Am Fam Physician. 2007 Apr 15;75(8):1177.
When my wife was felled by a stroke six years ago, my life, too, was struck down. Overnight, my active, capable spouse became a paralyzed, speech-impaired invalid, and I, a bookworm and scholar, became nurse and purveyor of a ramshackle household. I could write volumes about what life has been like in these past years. But here I'll just tell one story from our daily struggle as we together have tried to cope with a body that no longer works.
Our last home aide leaves at nine o'clock at night, after helping put my wife to bed. Then it's up to me to get my wife to the commode. Though we try to get by using diapers, once in a while I still do have to get her out of bed. We are both well over 80 and don't have much strength. That explains why, not long ago, as I was lifting her, she slipped from my arms to the floor. What could we do? We began our tussle with gravity, to no avail—I couldn't budge my wife, no matter whether I kneeled, squatted, or bent over her, grabbing her under her arms as I tried to drag her someplace where I could get better support. We finally gave up, looking at each other, not knowing whether to laugh or cry. Then suddenly, I heard a voice, the words of a true friend, a retired nurse who, with her husband, has stayed loyal to us: “You can call us any time, day or night, if you need help.” It was four o'clock in the morning. It was cold outside, and dark. Our friends lived in the neighboring town. Still, I dialed the number. On the other end of the line, a trusty voice answered. “We'll be right over.” Sure enough, my friends arrived and lifted my wife back into bed. We were saved.—e.s., 83
For a powerful read on the impact of caring for an aging, ailing relative at home, see Jerald Winakur's “What Are We Going To Do With Dad?”1 Despite the emotional and physical costs, home-based care is preferable to a care facility for many families. In one study assessing the impact on the caregiver of placing a relative in a long-term care facility, depression and anxiety were as high in caregivers after transfer as when the relative lived in the home.2 The death of an ill spouse, studies show, is better tolerated than any form of long-term care.3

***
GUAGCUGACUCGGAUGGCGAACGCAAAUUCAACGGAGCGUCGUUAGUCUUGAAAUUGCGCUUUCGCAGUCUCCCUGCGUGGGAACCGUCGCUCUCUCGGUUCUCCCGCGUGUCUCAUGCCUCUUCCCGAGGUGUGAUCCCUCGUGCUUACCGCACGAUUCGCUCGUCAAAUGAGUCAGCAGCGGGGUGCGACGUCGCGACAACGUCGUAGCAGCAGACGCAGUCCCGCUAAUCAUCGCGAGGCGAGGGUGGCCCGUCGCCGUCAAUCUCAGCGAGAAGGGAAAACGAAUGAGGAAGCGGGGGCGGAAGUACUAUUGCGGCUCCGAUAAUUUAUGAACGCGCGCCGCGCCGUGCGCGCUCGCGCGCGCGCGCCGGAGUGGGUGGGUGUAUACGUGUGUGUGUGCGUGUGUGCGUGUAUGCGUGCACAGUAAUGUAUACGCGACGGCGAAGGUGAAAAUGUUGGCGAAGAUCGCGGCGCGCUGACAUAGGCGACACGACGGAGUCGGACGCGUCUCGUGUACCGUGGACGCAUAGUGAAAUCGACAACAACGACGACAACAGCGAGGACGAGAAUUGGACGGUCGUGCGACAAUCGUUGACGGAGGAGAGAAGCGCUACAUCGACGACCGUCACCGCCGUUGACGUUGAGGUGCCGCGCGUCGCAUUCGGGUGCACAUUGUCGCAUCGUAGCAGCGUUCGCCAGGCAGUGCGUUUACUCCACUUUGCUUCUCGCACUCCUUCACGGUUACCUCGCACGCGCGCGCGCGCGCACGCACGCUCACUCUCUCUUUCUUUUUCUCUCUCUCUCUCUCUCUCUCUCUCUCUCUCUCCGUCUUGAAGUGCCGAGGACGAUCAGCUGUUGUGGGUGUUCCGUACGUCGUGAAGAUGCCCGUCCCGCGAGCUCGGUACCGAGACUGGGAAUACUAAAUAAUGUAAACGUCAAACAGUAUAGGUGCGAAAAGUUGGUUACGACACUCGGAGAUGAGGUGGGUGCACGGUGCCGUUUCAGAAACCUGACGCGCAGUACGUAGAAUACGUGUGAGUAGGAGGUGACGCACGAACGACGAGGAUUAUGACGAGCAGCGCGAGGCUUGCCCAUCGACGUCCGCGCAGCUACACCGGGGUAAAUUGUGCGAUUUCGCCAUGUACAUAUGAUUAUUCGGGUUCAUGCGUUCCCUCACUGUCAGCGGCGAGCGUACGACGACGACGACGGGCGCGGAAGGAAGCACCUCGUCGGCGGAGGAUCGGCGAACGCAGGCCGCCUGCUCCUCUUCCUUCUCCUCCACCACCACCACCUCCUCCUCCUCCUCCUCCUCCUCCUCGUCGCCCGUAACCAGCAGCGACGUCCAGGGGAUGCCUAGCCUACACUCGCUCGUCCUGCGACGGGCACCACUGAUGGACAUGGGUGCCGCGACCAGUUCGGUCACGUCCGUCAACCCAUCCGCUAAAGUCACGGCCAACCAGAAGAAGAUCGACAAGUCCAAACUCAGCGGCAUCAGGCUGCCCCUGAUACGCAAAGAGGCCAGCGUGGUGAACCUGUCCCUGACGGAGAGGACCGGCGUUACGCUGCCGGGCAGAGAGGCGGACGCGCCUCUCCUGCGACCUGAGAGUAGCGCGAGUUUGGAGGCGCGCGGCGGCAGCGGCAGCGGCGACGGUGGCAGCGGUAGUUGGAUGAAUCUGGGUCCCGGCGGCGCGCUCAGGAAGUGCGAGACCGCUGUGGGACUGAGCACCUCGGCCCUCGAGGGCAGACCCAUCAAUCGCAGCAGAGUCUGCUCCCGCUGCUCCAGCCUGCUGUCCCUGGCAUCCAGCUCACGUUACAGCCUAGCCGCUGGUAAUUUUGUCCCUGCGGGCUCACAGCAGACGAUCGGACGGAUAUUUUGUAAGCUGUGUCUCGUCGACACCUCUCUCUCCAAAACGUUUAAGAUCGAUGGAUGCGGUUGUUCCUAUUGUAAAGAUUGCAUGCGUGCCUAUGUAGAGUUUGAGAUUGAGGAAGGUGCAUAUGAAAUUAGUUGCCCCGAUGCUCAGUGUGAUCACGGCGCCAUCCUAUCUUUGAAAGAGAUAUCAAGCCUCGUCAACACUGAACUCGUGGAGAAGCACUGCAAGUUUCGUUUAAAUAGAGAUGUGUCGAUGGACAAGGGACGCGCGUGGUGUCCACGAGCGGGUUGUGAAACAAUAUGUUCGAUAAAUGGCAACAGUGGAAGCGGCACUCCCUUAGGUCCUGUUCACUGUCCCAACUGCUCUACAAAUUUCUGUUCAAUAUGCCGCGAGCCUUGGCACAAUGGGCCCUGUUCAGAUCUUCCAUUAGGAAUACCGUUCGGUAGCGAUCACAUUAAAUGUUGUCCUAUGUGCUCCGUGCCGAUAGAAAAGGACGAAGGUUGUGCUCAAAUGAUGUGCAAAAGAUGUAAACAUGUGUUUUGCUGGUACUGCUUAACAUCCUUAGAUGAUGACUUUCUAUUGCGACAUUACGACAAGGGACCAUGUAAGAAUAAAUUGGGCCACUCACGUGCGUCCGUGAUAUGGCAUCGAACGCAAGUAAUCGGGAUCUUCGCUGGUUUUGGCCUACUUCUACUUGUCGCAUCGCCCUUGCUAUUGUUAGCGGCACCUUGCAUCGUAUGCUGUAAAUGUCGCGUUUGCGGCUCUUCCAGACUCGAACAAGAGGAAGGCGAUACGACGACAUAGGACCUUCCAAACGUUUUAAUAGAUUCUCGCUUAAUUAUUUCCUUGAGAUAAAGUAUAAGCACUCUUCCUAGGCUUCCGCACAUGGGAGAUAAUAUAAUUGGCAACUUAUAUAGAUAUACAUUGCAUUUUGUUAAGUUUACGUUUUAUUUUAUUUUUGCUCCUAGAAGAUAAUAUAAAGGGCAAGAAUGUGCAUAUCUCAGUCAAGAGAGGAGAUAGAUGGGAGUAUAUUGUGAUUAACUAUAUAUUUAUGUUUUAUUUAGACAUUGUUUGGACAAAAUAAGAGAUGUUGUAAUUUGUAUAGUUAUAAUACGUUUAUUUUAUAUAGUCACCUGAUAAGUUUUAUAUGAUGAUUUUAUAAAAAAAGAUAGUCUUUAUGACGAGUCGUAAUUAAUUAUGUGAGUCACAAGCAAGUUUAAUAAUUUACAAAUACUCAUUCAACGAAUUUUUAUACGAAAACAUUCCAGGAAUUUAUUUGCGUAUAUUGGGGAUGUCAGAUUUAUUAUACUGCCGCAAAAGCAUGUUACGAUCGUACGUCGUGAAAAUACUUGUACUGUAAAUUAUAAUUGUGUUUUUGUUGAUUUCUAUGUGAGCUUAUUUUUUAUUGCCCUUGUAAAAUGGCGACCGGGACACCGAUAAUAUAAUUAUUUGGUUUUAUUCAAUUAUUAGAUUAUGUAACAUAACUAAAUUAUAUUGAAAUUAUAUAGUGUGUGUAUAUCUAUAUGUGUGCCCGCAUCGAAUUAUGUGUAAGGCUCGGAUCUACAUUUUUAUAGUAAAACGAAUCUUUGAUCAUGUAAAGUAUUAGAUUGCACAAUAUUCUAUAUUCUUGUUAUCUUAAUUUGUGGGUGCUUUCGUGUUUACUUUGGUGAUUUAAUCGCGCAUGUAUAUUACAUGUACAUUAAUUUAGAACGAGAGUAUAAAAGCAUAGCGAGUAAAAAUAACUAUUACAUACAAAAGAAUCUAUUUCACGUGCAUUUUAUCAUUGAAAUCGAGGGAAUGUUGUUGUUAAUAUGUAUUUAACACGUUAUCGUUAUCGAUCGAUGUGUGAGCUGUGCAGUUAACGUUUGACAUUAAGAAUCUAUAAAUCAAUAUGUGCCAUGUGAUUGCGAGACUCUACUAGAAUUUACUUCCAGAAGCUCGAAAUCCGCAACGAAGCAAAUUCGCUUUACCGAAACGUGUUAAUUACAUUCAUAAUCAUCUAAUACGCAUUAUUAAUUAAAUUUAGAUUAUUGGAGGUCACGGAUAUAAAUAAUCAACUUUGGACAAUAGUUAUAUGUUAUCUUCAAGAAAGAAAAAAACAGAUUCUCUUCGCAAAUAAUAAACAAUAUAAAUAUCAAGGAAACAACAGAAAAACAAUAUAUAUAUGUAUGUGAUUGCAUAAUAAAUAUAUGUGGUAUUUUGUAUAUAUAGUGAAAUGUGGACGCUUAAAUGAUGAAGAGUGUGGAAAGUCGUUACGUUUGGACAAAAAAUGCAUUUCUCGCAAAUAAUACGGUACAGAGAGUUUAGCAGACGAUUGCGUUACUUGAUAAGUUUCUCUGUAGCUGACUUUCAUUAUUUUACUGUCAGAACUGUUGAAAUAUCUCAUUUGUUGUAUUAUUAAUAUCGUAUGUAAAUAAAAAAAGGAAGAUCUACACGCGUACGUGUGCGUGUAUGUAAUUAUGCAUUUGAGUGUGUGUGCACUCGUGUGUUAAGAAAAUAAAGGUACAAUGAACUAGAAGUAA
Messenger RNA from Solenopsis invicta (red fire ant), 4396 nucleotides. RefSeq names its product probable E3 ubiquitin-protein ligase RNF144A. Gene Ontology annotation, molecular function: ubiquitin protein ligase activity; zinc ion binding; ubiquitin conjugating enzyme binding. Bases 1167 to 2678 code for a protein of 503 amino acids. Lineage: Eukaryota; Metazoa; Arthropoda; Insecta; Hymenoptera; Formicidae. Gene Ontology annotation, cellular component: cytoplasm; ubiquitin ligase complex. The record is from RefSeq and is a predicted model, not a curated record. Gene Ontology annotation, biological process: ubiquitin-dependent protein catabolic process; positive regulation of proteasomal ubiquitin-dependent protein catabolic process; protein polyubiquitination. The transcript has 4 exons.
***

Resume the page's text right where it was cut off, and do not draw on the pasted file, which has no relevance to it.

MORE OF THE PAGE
1. Winakur J. What are we going to do with Dad? Health Affairs, 2005;24:1064–72. Accessed May 31, 2006, at: http://content.healthaffairs.org/cgi/content/full/24/4/1064.
2. Schulz R, Belle SH, Czaja SJ, McGinnis KA, Stevens A, Zhang S. Long-term care placement of dementia patients and caregiver health and well-being. JAMA. 2004;292:961–7.
3. Schulz R, Mendelsohn AB, Haley WE, Mahoney D, Allen RS, Zhang S, et al. End-of-life care and the effects of bereavement on family caregivers of persons with dementia. N Engl J Med. 2003;349:1936–42.
Well Spouse Association
Web site: http://www.wellspouse.org
Support for families of persons with chronic illness, information about caregiver needs, quarterly newsletter, chat rooms, bulletin boards, assistance for new groups
National Family Caregivers Association
Web site: http://www.thefamilycaregiver.org
Support and information for family caregivers, referrals, quarterly newsletter, other resources
Web site: http://www.ec-online.net
Support for caregivers, biweekly newsletter with articles and self-care tips, chat rooms, message boards, free book, software for medical planners and taxes
Close-ups is coordinated by Caroline Wellbery, M.D., associate deputy editor, with assistance from Amy Crawford-Faucher, M.D., Tony Miksanek, M.D., and Jo-Marie Reilly, M.D.
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Copyright © 2007 by the American Academy of Family Physicians.
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